1. So true. When CORE-POUR-RAY-SHUNS offer a product, weak minded people have no choice but to purchase them.

        choice = coercion

        1. Exactly – and only those who can utilize their psionic ability of “Tower of Iron Will” can resist them (AKA Bloomberg the Wise).

        2. The only argument I had with MNG was about this. He made a comment about how advertising takes away our free will because it tricks people into buying things.

          That guy was a fucking moron.

      2. Christ, this almost reminds me of a conversation I had with a woman who was saying that McDonalds was guilty of modifying their food to give it an “addictive taste”. Yeah, she was arguing that McDonalds was somehow bad for making their food taste good.

        1. Except that it doesn’t taste good.

  10. Is anyone else here hoping Bloomie chokes on a ham sandwich?

    1. If by “ham sandwich” you mean “a glock,” then no.

      1. Yes?

        1. Plausible deniability sarcasmic.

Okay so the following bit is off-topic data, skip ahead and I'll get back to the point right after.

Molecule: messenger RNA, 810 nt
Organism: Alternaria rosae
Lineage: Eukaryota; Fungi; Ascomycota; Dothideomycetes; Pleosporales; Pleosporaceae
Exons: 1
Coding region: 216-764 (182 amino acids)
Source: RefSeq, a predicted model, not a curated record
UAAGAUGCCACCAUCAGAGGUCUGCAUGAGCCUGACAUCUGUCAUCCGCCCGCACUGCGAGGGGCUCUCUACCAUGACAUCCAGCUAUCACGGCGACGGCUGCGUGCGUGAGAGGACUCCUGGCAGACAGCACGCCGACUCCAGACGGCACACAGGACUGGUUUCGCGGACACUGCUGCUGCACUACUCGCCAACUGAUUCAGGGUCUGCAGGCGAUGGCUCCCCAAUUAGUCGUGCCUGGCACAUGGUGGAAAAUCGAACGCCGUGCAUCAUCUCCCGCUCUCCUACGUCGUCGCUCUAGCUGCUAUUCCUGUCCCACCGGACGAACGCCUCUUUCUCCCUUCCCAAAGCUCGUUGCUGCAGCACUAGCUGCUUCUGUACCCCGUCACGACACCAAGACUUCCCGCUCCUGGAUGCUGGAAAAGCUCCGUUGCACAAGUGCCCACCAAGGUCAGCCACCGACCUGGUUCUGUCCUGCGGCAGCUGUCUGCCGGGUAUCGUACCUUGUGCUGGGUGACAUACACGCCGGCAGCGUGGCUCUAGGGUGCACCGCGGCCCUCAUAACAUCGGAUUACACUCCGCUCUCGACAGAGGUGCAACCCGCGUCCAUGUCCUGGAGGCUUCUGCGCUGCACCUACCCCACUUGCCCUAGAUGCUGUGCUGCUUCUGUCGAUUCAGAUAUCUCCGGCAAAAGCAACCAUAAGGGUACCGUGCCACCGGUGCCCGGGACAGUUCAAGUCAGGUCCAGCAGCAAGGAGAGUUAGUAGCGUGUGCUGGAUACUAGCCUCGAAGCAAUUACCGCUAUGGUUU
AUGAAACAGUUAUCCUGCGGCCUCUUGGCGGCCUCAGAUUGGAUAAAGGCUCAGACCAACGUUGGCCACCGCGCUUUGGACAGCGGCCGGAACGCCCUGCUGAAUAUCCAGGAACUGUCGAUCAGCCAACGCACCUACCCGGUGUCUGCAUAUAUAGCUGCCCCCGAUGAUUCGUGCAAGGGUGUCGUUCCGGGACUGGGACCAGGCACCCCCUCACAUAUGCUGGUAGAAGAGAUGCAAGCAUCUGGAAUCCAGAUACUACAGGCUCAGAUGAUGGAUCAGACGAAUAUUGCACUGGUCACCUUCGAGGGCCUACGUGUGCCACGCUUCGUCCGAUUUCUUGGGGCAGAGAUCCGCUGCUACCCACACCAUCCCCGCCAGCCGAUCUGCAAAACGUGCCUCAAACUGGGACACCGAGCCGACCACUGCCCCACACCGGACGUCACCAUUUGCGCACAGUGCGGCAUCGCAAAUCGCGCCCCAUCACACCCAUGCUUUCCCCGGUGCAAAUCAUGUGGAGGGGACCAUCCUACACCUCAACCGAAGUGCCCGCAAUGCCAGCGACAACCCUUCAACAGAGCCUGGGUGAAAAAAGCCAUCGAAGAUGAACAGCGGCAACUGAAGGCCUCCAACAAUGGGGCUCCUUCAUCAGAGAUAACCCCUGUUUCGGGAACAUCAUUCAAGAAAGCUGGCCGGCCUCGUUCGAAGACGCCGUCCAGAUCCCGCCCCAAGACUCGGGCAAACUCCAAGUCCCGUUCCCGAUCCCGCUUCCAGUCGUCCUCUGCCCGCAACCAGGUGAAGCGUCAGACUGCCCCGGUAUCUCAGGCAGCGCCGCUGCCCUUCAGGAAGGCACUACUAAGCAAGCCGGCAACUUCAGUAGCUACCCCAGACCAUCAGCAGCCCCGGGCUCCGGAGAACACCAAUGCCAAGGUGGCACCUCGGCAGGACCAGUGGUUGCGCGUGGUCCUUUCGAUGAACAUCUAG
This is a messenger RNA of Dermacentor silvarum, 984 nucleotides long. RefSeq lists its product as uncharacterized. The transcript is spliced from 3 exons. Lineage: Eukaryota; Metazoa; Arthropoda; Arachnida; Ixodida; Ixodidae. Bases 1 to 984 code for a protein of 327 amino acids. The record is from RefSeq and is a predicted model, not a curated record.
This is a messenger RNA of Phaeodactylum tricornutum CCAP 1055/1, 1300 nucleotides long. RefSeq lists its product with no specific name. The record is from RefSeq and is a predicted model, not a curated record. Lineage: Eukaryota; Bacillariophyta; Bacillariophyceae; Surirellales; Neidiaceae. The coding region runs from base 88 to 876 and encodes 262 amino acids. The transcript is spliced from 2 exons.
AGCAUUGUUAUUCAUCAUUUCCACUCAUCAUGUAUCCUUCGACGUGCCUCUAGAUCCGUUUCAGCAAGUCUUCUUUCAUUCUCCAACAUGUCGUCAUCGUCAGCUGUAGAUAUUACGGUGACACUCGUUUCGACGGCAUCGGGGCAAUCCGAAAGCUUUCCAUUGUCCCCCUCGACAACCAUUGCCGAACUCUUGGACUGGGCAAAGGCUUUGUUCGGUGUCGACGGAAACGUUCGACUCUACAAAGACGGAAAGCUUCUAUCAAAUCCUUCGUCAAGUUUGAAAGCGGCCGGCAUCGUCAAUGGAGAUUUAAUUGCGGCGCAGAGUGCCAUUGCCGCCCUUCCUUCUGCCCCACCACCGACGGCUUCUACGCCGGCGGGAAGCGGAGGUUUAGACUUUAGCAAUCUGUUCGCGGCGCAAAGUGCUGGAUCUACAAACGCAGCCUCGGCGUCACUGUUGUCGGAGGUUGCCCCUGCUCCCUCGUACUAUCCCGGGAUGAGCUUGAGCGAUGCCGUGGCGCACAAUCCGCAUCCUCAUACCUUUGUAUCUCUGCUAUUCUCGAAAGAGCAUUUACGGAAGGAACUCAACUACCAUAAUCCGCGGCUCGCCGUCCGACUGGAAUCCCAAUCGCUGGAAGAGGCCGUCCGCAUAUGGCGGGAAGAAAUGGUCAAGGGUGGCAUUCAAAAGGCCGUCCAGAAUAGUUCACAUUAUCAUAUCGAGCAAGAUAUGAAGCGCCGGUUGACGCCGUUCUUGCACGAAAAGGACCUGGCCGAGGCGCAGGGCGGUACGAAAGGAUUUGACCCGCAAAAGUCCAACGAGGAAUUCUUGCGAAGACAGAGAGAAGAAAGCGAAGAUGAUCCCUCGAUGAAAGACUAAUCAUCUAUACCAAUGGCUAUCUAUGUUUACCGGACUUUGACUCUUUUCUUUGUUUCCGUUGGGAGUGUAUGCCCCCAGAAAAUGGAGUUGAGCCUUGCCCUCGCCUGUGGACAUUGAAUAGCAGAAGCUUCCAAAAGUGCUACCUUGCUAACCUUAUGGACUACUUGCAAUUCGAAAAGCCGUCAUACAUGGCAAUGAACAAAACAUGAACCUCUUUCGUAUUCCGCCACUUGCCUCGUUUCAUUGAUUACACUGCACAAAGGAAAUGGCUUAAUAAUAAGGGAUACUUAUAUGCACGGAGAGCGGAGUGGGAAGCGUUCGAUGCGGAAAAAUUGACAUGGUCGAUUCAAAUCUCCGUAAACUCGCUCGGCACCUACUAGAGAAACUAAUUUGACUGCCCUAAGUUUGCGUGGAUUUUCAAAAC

2. Being a fan of irony, I’d hope it was a liter of Mountain Dew Code Red.

    3. I would rather that he just come up missing one day. And then 2 months later they find him lying by a bench in central park, 60 lbs heavier than when he went missing, with an empty box of donuts and an empty 40 oz. soda cup on the ground beside him.

  11. We need a President like William Taft again.

    1. They say that Taft was a bad mutha-

      Shut your mouth!!!

      I was just talkin’ about Taft…

      1. *applause*!!!!!

  12. And then there is the side benefit for NYC government that people will then buy two cups instead of one which will cost more money and so the city gets more tax out of the deal

    1. What about the landfills?

      1. They ship all their garbage out of state. What do they care?

        1. NYC has been considering a tax on garbage, don’t know if they have done it yet but if they do they can then tax both cups at both ends, when you buy them and when you throw them away.

          1. Two taxes, one cup?

    2. Has anybody checked to see if Bloomberg has money invested in a company that makes disposable cups?

  13. FYI – Didn’t take the Massholes long to realize what a swell idea this is.